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On Being a Migrant

Migrants Come Through the Sea, Through the Desert, and By Train
by Angel Valdez

King is a student at the Univ. of Notre Dame. He spent eight weeks at Casa Juan Diego this summer.

One fateful day on September 18th 2002, I – King Fok – and my family of five left our apartment in Hong Kong and settled into a small suburban home right outside of Portland, Oregon. Being only six at the time, I did not understand the challenges my family faced and the sacrifices my parents had to make for us: abandoning the place of their childhood memories, leaving behind their friends and family, and quitting their dream jobs that they worked so hard toward. What took its place was isolation, alienation, and uncertainty; however, at the heart of it all, was hope – a hope for a better life for us all, a chance for a shot at the American Dream.

It is this hope and ambition that helped us persevere, and it is the same hope that I see burning in the eyes of the residents at Casa Juan Diego today.

On my first day at Casa Juan Diego, I was unexpectedly approached by a young man who pulled me aside and wore a worried expression on his face. Walking behind him were three Cuban men in their twenties, who he found sleeping at the bus station for the past couple of days. This man, who was also Cuban and used to be in their shoes, empathized with them and took them to Casa Juan Diego. At the time, I knew that the capacity at the men’s house was full and I told him that I would need to ask before they could stay. It was a sad reality for the both of us; and upon hearing it, he pleaded for mercy to allow them to stay for a couple of days just so he could take another job to earn enough money to rent an apartment for them. For him, this wasn’t simply a good deed for someone – it was personal. They were his family.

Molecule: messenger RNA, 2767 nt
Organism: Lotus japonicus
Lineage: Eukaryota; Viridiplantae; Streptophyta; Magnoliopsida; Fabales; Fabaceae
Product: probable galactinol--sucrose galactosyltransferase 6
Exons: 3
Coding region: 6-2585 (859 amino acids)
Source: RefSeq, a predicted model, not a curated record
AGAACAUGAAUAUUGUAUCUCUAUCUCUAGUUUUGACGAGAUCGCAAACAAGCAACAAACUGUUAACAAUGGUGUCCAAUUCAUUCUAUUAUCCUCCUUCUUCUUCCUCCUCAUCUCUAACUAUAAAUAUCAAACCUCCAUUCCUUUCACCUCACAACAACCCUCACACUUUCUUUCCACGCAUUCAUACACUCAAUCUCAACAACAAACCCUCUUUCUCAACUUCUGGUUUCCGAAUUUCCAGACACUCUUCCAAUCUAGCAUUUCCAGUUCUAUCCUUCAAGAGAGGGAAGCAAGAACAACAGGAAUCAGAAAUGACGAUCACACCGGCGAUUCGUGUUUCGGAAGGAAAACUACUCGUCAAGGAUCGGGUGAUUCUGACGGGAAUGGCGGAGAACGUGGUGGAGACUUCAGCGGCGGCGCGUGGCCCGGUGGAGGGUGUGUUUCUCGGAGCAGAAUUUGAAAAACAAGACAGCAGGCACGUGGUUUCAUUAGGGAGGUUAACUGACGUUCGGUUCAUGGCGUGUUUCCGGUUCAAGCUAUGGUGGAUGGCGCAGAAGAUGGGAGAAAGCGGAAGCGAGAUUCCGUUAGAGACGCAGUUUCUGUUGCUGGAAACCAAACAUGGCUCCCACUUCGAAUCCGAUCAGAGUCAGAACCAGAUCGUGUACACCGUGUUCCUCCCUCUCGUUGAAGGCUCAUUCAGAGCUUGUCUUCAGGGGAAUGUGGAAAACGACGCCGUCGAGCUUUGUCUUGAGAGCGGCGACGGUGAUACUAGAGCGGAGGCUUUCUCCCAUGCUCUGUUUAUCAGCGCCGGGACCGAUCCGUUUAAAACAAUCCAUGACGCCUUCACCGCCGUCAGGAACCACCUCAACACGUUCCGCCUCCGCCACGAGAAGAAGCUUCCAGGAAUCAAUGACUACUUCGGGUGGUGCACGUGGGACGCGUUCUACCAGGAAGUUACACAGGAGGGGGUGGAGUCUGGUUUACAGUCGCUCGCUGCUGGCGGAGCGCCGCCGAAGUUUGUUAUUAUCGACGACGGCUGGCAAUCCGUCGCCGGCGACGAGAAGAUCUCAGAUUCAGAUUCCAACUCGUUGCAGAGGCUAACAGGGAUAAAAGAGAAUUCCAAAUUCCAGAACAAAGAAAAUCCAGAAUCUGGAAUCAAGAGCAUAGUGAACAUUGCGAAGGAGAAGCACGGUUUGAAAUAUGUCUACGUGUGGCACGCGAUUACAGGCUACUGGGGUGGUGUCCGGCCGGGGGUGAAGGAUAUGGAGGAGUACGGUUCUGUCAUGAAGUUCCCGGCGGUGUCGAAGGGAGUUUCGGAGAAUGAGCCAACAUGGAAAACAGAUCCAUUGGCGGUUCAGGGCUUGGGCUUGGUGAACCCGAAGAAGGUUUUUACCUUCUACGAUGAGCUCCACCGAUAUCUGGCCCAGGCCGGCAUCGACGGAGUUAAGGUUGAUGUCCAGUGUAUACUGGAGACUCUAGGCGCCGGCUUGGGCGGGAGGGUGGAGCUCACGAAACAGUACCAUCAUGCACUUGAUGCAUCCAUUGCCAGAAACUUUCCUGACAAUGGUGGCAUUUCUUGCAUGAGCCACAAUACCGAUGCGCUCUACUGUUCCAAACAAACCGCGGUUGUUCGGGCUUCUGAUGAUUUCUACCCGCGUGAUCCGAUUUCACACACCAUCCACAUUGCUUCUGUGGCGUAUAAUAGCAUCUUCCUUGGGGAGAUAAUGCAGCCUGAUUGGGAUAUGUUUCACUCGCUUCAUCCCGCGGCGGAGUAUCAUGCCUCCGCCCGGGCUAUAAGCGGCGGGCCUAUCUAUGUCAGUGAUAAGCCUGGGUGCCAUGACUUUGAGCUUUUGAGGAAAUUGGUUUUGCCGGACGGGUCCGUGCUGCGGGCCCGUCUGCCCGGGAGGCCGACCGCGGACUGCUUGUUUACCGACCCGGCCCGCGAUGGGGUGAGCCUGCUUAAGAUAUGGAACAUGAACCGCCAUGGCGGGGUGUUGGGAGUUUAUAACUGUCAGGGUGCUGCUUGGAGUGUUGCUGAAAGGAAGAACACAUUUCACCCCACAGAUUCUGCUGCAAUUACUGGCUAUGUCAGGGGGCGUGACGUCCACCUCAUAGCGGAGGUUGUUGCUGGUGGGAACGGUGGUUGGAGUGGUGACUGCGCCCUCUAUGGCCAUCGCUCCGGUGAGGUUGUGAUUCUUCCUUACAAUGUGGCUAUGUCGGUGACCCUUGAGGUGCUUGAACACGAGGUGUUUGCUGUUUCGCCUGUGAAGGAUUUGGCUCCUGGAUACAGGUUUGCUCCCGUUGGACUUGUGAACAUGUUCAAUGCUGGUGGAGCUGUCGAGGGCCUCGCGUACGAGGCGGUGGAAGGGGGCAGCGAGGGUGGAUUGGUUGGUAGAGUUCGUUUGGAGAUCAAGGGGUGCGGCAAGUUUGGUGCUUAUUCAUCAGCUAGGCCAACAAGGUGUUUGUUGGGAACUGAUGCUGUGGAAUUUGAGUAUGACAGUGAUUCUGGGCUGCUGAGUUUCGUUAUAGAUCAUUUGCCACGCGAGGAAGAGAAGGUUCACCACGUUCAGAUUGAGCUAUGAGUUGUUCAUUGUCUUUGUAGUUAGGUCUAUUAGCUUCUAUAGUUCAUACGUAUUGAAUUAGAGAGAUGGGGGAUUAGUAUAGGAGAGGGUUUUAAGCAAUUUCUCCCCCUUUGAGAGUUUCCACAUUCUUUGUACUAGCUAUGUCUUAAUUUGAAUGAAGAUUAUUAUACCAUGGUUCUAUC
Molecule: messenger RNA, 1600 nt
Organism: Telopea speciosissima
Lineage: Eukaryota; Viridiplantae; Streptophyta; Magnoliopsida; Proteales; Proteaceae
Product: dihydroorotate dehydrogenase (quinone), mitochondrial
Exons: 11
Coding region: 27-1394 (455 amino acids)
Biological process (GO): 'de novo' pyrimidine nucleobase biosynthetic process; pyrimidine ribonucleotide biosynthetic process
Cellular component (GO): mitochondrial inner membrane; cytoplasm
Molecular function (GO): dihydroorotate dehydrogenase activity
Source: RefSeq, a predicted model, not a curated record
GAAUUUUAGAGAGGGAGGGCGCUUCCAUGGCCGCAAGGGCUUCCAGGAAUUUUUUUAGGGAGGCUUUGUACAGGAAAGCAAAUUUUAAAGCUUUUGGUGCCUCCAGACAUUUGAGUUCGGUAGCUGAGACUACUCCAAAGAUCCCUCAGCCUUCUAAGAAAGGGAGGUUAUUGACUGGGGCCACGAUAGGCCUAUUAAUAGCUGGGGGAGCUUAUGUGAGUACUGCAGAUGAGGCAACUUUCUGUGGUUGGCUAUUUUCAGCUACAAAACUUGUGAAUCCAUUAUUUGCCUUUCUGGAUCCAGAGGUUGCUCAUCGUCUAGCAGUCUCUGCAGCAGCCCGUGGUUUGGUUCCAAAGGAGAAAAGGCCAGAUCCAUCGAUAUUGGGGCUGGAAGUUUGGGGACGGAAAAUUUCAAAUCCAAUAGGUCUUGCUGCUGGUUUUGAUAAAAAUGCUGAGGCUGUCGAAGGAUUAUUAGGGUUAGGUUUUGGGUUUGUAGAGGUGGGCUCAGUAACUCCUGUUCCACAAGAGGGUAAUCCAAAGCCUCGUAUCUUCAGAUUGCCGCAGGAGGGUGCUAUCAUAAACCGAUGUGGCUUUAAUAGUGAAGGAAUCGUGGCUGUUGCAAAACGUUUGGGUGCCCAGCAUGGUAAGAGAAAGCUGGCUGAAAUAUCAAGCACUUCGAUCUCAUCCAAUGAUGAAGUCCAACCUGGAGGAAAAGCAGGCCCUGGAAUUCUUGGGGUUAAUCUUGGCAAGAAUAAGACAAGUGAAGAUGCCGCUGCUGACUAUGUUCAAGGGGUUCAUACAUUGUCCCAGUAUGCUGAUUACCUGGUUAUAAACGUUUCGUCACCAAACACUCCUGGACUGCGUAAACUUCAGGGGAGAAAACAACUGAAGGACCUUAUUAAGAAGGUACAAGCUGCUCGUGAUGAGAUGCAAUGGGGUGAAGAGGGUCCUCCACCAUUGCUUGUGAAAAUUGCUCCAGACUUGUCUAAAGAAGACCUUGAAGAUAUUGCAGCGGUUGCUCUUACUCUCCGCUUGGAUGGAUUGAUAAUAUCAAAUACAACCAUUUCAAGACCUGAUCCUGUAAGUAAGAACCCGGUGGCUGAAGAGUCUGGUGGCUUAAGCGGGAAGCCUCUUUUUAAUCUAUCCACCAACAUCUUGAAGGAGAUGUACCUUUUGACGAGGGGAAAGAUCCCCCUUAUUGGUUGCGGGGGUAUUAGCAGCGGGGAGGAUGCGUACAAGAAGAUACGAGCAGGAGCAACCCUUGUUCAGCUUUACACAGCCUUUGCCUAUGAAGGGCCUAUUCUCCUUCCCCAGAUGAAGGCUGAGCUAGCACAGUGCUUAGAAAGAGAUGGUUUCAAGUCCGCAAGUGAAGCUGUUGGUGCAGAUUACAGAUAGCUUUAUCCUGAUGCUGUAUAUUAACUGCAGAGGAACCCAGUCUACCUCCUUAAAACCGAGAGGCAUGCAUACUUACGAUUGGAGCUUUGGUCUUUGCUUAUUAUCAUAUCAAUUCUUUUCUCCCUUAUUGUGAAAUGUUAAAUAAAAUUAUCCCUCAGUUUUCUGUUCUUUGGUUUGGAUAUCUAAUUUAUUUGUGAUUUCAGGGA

If there was anything I learned as an immigrant, it is that family stick together. As I saw the man fight for his family, I couldn’t help but think back to my own experience as an immigrant, and how a little mercy can go a long way.

I could have very well been the one standing along the sidewalk that day outside of Casa Juan Diego. I could have very easily been one of the guests at the house, as opposed to being one of the volunteers. I did not realize how much our lives were subjected to faith, how vulnerable and humble our condition can be. If it had not been for my aunt, who showed us a little bit of mercy back then and helped us get citizenship in the United States, I would not be writing this or have the opportunities that I do in front of me today.

The more time I spend as a Catholic Worker, the more I’m reminded of the blessings and mercy that He has shown me; at the same time, He gives me the strength and compassion to turn those blessings into sources of hope for others. At Casa Juan Diego, He calls on me to serve other migrants by reminding me that there is a duty for all of us to know and help those that need it most. I believe that this echoes Dorothy Day’s words in her autobiography, in which “we cannot love God unless we love each other, and to love we must know each other.”

We don’t choose our family. They are God’s blessing to us, but it is up to us to guard and cherish His gifts. So on that fateful day when the man came, and brought with him three others, it reminded me of myself, my family, and the man I aspire to be. We are all migrants at heart: each of us on our own journeys, searching for a way to achieve our dreams.

Houston Catholic Worker, September-October 2015, Vol. XXXIV, No. 4.